Many of the cookies and confections are so delicate and ornately decorated, they are almost too pretty to eat and make for wonderful holiday gifts to bring home to friends and loved ones. As the snowflakes fall, you’ll also find yourself craving something seasonal and warm to keep the chill at bay and the Tallinn Christmas market will not disappoint.
In addition to hot chocolate and mulled wine, you will find plenty of regional favorites available.
Tallinn has a long and complex history with the brewing of lager and beer, from the early Medieval period to secret breweries in the early 1900s. You’ll find plenty of options in the pubs surrounding the square and even a large variety throughout the Tallinn Christmas market itself.
In addition, you will be sure to find a handful of stalls selling the popular regional rum-based liqueur served warm to help keep you toasty as you peruse the wares available. Grogg, wassail and hot cider will scent the air with delicious aromas of cinnamon and cloves to add another element of typical holiday warmth and cheer.
And you will find plenty of wares! The Tallinn Christmas market is overflowing with many unique and one of a kind items that will be sure to provide ample ways to finish up your holiday gift shopping.
The market stalls around the square sell artisan crafts and handmade goods that reflect the lengthy history and rich culture of the country, with influences from the storied past of conquest and occupation by larger nations from Sweden to Germany and Russia.
Hand-carved wooden items are in high demand, as well as various culturally inspired clothing items reminiscent of the garments worn throughout history. Scarves, hats, mittens and felt slippers made from all varieties of material are covered in ornate embroidery and decor with distinct cultural inspiration from all around the Baltic region of Europe.
If by chance you cannot find a gift among the souvenirs, ornaments and handmade goods of the Tallinn Christmas market itself, mere minutes from the hustle and bustle will bring you to a wealth of boutiques, markets and shops selling all manner of unique items not often found throughout the region.
Boutiques selling sophisticated garments and housewares with a distinctly Nordic flair are tucked between flea markets and vintage shops that become a visual picture of the lengthy history of Estonia.
You’ll even be able to find a few throwbacks to the era of Soviet control in shops selling everything from propaganda pieces to Lenin-esque fur hats.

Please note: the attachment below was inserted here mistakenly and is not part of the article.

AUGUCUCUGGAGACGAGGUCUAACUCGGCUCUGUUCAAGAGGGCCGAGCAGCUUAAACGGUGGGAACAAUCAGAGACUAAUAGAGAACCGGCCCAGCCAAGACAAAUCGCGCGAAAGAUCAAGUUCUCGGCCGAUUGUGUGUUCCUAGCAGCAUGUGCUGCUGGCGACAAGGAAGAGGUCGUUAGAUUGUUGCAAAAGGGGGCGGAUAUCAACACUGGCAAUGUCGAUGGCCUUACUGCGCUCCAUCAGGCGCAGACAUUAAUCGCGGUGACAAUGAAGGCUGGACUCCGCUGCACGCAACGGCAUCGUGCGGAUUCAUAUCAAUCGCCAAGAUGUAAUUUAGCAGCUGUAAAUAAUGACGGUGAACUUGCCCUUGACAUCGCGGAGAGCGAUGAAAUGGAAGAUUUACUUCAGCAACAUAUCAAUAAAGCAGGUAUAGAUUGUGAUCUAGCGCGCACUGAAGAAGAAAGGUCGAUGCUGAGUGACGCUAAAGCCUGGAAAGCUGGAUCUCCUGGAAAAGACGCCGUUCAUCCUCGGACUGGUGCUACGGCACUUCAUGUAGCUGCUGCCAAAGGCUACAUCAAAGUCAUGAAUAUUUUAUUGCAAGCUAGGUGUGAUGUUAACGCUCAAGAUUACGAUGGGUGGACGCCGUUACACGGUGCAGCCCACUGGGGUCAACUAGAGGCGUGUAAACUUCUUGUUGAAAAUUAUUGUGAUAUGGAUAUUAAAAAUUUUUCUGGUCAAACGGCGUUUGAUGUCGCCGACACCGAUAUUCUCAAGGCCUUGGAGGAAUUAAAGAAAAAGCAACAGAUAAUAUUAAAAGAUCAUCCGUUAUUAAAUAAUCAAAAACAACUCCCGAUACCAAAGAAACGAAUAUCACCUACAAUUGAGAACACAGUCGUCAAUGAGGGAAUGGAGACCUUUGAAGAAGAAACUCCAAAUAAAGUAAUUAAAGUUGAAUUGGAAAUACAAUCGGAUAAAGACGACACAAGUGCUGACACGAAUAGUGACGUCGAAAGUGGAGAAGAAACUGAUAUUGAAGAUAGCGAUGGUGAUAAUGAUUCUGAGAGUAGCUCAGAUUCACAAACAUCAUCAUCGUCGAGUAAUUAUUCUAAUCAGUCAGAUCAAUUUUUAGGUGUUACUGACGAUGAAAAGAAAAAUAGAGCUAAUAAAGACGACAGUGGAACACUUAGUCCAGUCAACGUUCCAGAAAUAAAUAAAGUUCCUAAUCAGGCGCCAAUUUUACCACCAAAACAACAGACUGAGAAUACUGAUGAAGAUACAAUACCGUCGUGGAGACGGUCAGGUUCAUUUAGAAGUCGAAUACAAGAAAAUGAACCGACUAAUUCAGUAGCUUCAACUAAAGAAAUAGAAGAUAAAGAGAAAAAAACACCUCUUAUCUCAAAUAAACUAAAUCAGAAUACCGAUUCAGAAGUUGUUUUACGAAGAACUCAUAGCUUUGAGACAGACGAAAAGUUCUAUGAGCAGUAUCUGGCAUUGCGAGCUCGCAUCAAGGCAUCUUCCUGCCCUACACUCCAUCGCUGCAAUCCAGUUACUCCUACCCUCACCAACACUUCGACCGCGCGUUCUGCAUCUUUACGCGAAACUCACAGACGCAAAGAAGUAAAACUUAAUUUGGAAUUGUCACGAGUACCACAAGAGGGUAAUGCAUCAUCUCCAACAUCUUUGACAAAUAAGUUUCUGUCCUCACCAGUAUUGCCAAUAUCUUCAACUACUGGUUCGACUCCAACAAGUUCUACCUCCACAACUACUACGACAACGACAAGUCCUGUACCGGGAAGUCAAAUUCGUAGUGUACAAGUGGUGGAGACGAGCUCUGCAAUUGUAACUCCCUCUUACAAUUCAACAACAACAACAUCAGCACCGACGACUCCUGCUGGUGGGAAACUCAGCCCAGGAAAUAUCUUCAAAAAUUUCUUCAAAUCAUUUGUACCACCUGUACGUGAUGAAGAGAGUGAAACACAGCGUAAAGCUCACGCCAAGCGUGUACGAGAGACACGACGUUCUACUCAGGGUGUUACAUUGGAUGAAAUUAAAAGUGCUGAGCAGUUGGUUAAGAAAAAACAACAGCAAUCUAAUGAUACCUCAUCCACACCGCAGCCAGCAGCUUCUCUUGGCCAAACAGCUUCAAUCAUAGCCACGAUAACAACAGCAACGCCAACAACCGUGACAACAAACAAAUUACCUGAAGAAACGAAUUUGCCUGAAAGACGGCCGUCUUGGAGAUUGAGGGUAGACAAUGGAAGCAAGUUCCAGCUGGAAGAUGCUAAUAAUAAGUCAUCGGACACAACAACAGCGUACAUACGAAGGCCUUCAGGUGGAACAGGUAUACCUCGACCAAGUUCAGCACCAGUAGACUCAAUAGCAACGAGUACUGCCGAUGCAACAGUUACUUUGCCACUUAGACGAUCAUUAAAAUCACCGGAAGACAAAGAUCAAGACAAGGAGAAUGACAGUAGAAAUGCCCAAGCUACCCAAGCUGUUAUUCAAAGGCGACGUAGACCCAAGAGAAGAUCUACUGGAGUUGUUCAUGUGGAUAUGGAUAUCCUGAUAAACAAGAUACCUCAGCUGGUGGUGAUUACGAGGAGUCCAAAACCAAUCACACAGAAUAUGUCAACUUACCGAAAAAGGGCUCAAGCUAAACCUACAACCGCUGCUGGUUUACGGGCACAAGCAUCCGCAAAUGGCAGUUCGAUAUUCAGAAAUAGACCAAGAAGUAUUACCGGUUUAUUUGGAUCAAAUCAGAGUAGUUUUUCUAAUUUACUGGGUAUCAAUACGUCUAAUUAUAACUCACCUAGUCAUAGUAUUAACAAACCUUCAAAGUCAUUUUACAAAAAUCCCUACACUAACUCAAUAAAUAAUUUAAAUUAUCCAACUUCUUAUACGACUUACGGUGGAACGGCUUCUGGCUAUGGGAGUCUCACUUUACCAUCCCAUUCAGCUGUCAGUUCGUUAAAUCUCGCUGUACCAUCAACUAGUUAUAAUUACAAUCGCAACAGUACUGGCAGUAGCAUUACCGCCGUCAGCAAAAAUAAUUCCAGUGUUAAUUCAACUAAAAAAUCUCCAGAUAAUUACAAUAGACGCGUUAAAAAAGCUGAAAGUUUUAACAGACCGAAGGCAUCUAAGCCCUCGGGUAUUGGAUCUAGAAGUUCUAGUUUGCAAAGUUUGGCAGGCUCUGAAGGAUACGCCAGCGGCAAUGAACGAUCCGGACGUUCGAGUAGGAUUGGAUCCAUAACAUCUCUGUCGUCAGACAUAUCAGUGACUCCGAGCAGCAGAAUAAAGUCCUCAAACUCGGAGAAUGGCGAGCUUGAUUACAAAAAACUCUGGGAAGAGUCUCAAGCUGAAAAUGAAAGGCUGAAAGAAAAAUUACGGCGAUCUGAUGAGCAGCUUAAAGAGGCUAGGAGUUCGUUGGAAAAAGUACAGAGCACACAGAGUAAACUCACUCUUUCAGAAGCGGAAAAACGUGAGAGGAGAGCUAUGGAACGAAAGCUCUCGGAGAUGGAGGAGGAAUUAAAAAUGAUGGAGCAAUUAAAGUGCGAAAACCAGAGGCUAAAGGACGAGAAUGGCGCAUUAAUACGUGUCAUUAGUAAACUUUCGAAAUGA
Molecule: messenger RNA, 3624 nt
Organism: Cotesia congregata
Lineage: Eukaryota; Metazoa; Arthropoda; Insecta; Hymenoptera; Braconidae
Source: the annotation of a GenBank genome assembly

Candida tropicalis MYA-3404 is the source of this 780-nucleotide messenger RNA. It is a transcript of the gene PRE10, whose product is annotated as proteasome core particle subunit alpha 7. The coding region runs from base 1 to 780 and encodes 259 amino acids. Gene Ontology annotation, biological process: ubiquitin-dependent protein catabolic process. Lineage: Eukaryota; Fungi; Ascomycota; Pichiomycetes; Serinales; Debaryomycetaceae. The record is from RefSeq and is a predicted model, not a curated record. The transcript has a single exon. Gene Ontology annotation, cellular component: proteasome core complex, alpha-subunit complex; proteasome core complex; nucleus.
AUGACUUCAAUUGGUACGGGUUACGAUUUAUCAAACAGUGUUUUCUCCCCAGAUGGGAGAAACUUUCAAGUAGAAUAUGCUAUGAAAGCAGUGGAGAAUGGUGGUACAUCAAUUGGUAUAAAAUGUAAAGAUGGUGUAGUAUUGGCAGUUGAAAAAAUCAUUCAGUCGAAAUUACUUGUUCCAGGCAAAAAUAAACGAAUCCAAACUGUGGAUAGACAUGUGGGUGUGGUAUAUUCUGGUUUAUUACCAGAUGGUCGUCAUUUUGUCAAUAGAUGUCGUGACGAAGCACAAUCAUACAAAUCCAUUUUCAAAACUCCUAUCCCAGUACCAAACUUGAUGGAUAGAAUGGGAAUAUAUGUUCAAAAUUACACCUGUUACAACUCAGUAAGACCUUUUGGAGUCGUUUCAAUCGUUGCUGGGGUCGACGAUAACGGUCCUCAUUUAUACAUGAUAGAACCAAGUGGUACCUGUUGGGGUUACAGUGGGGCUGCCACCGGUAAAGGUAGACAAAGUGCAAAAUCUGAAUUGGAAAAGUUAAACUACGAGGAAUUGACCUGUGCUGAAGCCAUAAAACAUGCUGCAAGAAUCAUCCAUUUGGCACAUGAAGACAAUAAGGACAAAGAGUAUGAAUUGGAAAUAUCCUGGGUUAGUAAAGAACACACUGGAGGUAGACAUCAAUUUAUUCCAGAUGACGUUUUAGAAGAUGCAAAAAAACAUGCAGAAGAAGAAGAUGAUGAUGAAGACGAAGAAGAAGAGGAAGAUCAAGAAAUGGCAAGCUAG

Regardless of what you decide to buy, one thing your Christmas shopping budget will appreciate is the surprisingly low prices you will find through the market as well as the city itself. By low prices, meaning cheaper than eastern Europe.
Tallinn has only just started garnering attention from the jet-set crowd and its small size and weaker economy has resulted in a gem of a European budget destination. Add to that the fact that winter is the tourist slow season, you will be able to secure amazing deals on not only accommodations and dinner but also all the magical Christmas moments and gifts you’ll find throughout the Tallinn Christmas market.
While the holiday season might see a surprising uptick in tourist traffic, it still does not come close to some of the larger or more well-known Christmas markets in Europe. The reduced size of the crowds and traffic will be sure to amplify the quaint and charming holiday vibe throughout the city and reduce the crazy hustle and bustle typical of holiday shopping worldwide!
If you are looking for the perfect holiday escape, a visit to the Tallinn Christmas market will be sure to tick this box off your holiday travel bucket list.
While not as flashy, large or impressive as some of the more well known European Christmas markets, the Christmas market in this Baltic city is one of the oldest and most quintessential examples of a classic holiday market experience. It is also rated one of the best holiday markets in ALL of Europe.
The Old City square is a postcard-worthy collection of historic Medieval buildings and ancient architecture. The addition of bright and bountiful decorations seems to amplify the charm of this city, making it the perfect escape to get into the holiday spirit.
Affordable, accessible and dripping with charm, Tallinn Estonia is an unlikely but surprising destination that will be sure to renew the Christmas spirit and give you plenty of holiday memories to treasure for years to come.
Not only will you beat the crowds found at larger holiday markets, but you will be treated to a unique and cultural experience that brings together the best of the best holiday traditions from countries all over the European continent. No matter why you visit, you will soon understand why so many travelers have given Tallinn a permanent spot on their holiday travel wish list!
Tallinn’s City Center is about a 15 minute drive from the airport.
Taxi and Uber is readily available throughout the city.
Currency used in Tallinn is the Euro and you can get this in the airport or at an ATM.
Daylight hours are limited during the Christmas season with the sun rising after 8:30am and setting around 3:30 pm.
While the market seemed more magical during the dark hours, I would suggest visiting during both times.
Some vendors at the Christmas Market took credit cards (Visa or MasterCard) but a lot of them were cash only. Try and get enough cash out for your entire trip.
Most restaurants take credit cards. Every single place I went to had the option for cash or credit.
Tallinn Airport is quite small. I went two hours ahead of time and waited for about 1:50 minutes for my next flight after dropping luggage, clearing security and walking to my gate.